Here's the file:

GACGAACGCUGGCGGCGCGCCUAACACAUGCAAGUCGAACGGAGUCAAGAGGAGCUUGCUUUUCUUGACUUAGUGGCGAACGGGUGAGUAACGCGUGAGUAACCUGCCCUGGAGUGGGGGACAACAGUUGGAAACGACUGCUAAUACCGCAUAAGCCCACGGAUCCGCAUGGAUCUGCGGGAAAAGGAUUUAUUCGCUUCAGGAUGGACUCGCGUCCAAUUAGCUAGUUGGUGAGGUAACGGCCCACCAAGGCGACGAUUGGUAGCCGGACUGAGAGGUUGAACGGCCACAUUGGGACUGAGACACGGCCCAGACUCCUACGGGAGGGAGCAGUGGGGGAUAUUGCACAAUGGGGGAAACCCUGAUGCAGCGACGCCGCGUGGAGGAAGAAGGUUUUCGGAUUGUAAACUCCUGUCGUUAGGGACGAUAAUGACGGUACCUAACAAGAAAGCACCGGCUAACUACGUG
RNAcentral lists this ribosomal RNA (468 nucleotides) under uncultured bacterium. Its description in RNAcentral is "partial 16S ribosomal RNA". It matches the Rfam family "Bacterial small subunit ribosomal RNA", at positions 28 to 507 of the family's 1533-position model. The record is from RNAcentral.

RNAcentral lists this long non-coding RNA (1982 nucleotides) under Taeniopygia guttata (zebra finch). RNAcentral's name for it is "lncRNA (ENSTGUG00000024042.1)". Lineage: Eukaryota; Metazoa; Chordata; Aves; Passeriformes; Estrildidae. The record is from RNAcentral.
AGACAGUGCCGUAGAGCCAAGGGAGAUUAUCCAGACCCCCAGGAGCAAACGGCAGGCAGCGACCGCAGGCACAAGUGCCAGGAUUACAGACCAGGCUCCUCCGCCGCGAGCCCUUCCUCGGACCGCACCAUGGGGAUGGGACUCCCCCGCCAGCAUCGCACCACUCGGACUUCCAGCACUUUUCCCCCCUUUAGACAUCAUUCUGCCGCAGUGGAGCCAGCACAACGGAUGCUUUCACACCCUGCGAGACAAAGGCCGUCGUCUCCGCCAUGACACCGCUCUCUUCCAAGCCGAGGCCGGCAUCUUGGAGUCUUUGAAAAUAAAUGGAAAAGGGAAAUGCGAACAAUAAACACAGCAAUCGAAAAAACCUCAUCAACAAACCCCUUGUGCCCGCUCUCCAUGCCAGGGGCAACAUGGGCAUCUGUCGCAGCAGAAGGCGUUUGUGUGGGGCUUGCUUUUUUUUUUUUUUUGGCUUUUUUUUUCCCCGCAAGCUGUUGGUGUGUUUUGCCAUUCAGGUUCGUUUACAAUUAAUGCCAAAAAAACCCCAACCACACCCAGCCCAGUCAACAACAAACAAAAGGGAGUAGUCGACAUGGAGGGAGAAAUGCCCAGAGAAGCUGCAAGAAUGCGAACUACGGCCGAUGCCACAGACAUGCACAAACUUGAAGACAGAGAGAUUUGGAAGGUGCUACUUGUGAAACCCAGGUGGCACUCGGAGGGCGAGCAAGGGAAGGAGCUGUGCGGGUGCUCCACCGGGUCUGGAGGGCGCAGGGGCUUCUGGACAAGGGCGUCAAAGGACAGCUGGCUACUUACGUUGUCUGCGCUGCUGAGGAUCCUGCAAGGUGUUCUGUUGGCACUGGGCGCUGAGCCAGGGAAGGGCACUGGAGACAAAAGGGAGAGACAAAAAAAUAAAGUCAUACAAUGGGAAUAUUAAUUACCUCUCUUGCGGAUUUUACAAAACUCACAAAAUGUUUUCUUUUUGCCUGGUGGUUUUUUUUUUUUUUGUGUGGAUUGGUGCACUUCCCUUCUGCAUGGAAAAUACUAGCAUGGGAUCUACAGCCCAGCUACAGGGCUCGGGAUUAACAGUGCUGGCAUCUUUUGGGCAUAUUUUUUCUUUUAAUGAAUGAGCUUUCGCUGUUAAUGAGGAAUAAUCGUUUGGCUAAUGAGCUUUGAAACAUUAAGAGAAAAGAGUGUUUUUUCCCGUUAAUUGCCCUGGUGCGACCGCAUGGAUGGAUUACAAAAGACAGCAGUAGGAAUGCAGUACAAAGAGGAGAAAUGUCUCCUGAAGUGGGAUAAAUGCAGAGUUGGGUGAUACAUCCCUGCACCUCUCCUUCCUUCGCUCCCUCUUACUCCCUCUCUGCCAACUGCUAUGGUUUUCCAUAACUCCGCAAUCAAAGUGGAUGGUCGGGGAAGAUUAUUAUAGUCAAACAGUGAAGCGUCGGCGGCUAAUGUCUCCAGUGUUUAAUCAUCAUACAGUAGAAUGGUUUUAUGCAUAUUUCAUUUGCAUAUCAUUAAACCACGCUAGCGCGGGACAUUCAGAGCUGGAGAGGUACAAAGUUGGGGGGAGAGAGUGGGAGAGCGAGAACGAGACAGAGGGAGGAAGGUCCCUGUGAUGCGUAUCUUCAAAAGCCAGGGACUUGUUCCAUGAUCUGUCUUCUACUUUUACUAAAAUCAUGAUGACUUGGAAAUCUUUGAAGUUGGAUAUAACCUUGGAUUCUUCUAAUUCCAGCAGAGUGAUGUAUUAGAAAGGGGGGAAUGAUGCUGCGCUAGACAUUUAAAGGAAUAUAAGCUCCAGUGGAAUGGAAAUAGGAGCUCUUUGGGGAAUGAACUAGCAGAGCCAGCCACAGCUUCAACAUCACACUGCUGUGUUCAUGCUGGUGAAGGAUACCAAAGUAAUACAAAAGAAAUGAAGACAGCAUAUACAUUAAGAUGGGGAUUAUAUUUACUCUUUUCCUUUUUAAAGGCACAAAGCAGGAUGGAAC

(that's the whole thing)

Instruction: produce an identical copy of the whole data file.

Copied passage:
GACGAACGCUGGCGGCGCGCCUAACACAUGCAAGUCGAACGGAGUCAAGAGGAGCUUGCUUUUCUUGACUUAGUGGCGAACGGGUGAGUAACGCGUGAGUAACCUGCCCUGGAGUGGGGGACAACAGUUGGAAACGACUGCUAAUACCGCAUAAGCCCACGGAUCCGCAUGGAUCUGCGGGAAAAGGAUUUAUUCGCUUCAGGAUGGACUCGCGUCCAAUUAGCUAGUUGGUGAGGUAACGGCCCACCAAGGCGACGAUUGGUAGCCGGACUGAGAGGUUGAACGGCCACAUUGGGACUGAGACACGGCCCAGACUCCUACGGGAGGGAGCAGUGGGGGAUAUUGCACAAUGGGGGAAACCCUGAUGCAGCGACGCCGCGUGGAGGAAGAAGGUUUUCGGAUUGUAAACUCCUGUCGUUAGGGACGAUAAUGACGGUACCUAACAAGAAAGCACCGGCUAACUACGUG
RNAcentral lists this ribosomal RNA (468 nucleotides) under uncultured bacterium. Its description in RNAcentral is "partial 16S ribosomal RNA". It matches the Rfam family "Bacterial small subunit ribosomal RNA", at positions 28 to 507 of the family's 1533-position model. The record is from RNAcentral.

RNAcentral lists this long non-coding RNA (1982 nucleotides) under Taeniopygia guttata (zebra finch). RNAcentral's name for it is "lncRNA (ENSTGUG00000024042.1)". Lineage: Eukaryota; Metazoa; Chordata; Aves; Passeriformes; Estrildidae. The record is from RNAcentral.
AGACAGUGCCGUAGAGCCAAGGGAGAUUAUCCAGACCCCCAGGAGCAAACGGCAGGCAGCGACCGCAGGCACAAGUGCCAGGAUUACAGACCAGGCUCCUCCGCCGCGAGCCCUUCCUCGGACCGCACCAUGGGGAUGGGACUCCCCCGCCAGCAUCGCACCACUCGGACUUCCAGCACUUUUCCCCCCUUUAGACAUCAUUCUGCCGCAGUGGAGCCAGCACAACGGAUGCUUUCACACCCUGCGAGACAAAGGCCGUCGUCUCCGCCAUGACACCGCUCUCUUCCAAGCCGAGGCCGGCAUCUUGGAGUCUUUGAAAAUAAAUGGAAAAGGGAAAUGCGAACAAUAAACACAGCAAUCGAAAAAACCUCAUCAACAAACCCCUUGUGCCCGCUCUCCAUGCCAGGGGCAACAUGGGCAUCUGUCGCAGCAGAAGGCGUUUGUGUGGGGCUUGCUUUUUUUUUUUUUUUGGCUUUUUUUUUCCCCGCAAGCUGUUGGUGUGUUUUGCCAUUCAGGUUCGUUUACAAUUAAUGCCAAAAAAACCCCAACCACACCCAGCCCAGUCAACAACAAACAAAAGGGAGUAGUCGACAUGGAGGGAGAAAUGCCCAGAGAAGCUGCAAGAAUGCGAACUACGGCCGAUGCCACAGACAUGCACAAACUUGAAGACAGAGAGAUUUGGAAGGUGCUACUUGUGAAACCCAGGUGGCACUCGGAGGGCGAGCAAGGGAAGGAGCUGUGCGGGUGCUCCACCGGGUCUGGAGGGCGCAGGGGCUUCUGGACAAGGGCGUCAAAGGACAGCUGGCUACUUACGUUGUCUGCGCUGCUGAGGAUCCUGCAAGGUGUUCUGUUGGCACUGGGCGCUGAGCCAGGGAAGGGCACUGGAGACAAAAGGGAGAGACAAAAAAAUAAAGUCAUACAAUGGGAAUAUUAAUUACCUCUCUUGCGGAUUUUACAAAACUCACAAAAUGUUUUCUUUUUGCCUGGUGGUUUUUUUUUUUUUUGUGUGGAUUGGUGCACUUCCCUUCUGCAUGGAAAAUACUAGCAUGGGAUCUACAGCCCAGCUACAGGGCUCGGGAUUAACAGUGCUGGCAUCUUUUGGGCAUAUUUUUUCUUUUAAUGAAUGAGCUUUCGCUGUUAAUGAGGAAUAAUCGUUUGGCUAAUGAGCUUUGAAACAUUAAGAGAAAAGAGUGUUUUUUCCCGUUAAUUGCCCUGGUGCGACCGCAUGGAUGGAUUACAAAAGACAGCAGUAGGAAUGCAGUACAAAGAGGAGAAAUGUCUCCUGAAGUGGGAUAAAUGCAGAGUUGGGUGAUACAUCCCUGCACCUCUCCUUCCUUCGCUCCCUCUUACUCCCUCUCUGCCAACUGCUAUGGUUUUCCAUAACUCCGCAAUCAAAGUGGAUGGUCGGGGAAGAUUAUUAUAGUCAAACAGUGAAGCGUCGGCGGCUAAUGUCUCCAGUGUUUAAUCAUCAUACAGUAGAAUGGUUUUAUGCAUAUUUCAUUUGCAUAUCAUUAAACCACGCUAGCGCGGGACAUUCAGAGCUGGAGAGGUACAAAGUUGGGGGGAGAGAGUGGGAGAGCGAGAACGAGACAGAGGGAGGAAGGUCCCUGUGAUGCGUAUCUUCAAAAGCCAGGGACUUGUUCCAUGAUCUGUCUUCUACUUUUACUAAAAUCAUGAUGACUUGGAAAUCUUUGAAGUUGGAUAUAACCUUGGAUUCUUCUAAUUCCAGCAGAGUGAUGUAUUAGAAAGGGGGGAAUGAUGCUGCGCUAGACAUUUAAAGGAAUAUAAGCUCCAGUGGAAUGGAAAUAGGAGCUCUUUGGGGAAUGAACUAGCAGAGCCAGCCACAGCUUCAACAUCACACUGCUGUGUUCAUGCUGGUGAAGGAUACCAAAGUAAUACAAAAGAAAUGAAGACAGCAUAUACAUUAAGAUGGGGAUUAUAUUUACUCUUUUCCUUUUUAAAGGCACAAAGCAGGAUGGAAC